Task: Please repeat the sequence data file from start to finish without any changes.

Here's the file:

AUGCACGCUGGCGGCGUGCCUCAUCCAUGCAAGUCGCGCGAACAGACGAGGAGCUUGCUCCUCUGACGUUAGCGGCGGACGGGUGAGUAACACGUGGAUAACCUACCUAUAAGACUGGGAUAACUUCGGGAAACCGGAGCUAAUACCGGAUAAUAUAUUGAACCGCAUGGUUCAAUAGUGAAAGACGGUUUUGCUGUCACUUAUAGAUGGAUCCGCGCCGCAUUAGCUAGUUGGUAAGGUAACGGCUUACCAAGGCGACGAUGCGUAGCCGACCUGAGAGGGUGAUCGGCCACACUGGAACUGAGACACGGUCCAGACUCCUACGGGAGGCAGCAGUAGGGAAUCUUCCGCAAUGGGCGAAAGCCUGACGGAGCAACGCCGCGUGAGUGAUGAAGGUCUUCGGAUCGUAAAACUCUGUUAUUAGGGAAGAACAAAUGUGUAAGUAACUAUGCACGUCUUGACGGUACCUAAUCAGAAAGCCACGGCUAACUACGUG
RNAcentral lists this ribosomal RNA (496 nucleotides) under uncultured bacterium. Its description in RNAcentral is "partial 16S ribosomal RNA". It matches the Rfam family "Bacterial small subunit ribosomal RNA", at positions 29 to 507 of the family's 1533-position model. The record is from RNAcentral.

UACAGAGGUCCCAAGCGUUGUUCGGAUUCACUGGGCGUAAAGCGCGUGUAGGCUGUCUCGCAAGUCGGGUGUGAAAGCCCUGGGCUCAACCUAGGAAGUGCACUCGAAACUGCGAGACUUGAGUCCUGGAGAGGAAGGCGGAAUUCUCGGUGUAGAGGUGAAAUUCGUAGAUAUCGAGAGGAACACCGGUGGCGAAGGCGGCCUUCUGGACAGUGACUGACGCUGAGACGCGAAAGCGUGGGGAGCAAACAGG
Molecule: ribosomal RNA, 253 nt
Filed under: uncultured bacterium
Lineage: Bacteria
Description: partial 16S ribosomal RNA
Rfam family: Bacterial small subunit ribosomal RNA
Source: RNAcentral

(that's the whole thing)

AUGCACGCUGGCGGCGUGCCUCAUCCAUGCAAGUCGCGCGAACAGACGAGGAGCUUGCUCCUCUGACGUUAGCGGCGGACGGGUGAGUAACACGUGGAUAACCUACCUAUAAGACUGGGAUAACUUCGGGAAACCGGAGCUAAUACCGGAUAAUAUAUUGAACCGCAUGGUUCAAUAGUGAAAGACGGUUUUGCUGUCACUUAUAGAUGGAUCCGCGCCGCAUUAGCUAGUUGGUAAGGUAACGGCUUACCAAGGCGACGAUGCGUAGCCGACCUGAGAGGGUGAUCGGCCACACUGGAACUGAGACACGGUCCAGACUCCUACGGGAGGCAGCAGUAGGGAAUCUUCCGCAAUGGGCGAAAGCCUGACGGAGCAACGCCGCGUGAGUGAUGAAGGUCUUCGGAUCGUAAAACUCUGUUAUUAGGGAAGAACAAAUGUGUAAGUAACUAUGCACGUCUUGACGGUACCUAAUCAGAAAGCCACGGCUAACUACGUG
RNAcentral lists this ribosomal RNA (496 nucleotides) under uncultured bacterium. Its description in RNAcentral is "partial 16S ribosomal RNA". It matches the Rfam family "Bacterial small subunit ribosomal RNA", at positions 29 to 507 of the family's 1533-position model. The record is from RNAcentral.

UACAGAGGUCCCAAGCGUUGUUCGGAUUCACUGGGCGUAAAGCGCGUGUAGGCUGUCUCGCAAGUCGGGUGUGAAAGCCCUGGGCUCAACCUAGGAAGUGCACUCGAAACUGCGAGACUUGAGUCCUGGAGAGGAAGGCGGAAUUCUCGGUGUAGAGGUGAAAUUCGUAGAUAUCGAGAGGAACACCGGUGGCGAAGGCGGCCUUCUGGACAGUGACUGACGCUGAGACGCGAAAGCGUGGGGAGCAAACAGG
Molecule: ribosomal RNA, 253 nt
Filed under: uncultured bacterium
Lineage: Bacteria
Description: partial 16S ribosomal RNA
Rfam family: Bacterial small subunit ribosomal RNA
Source: RNAcentral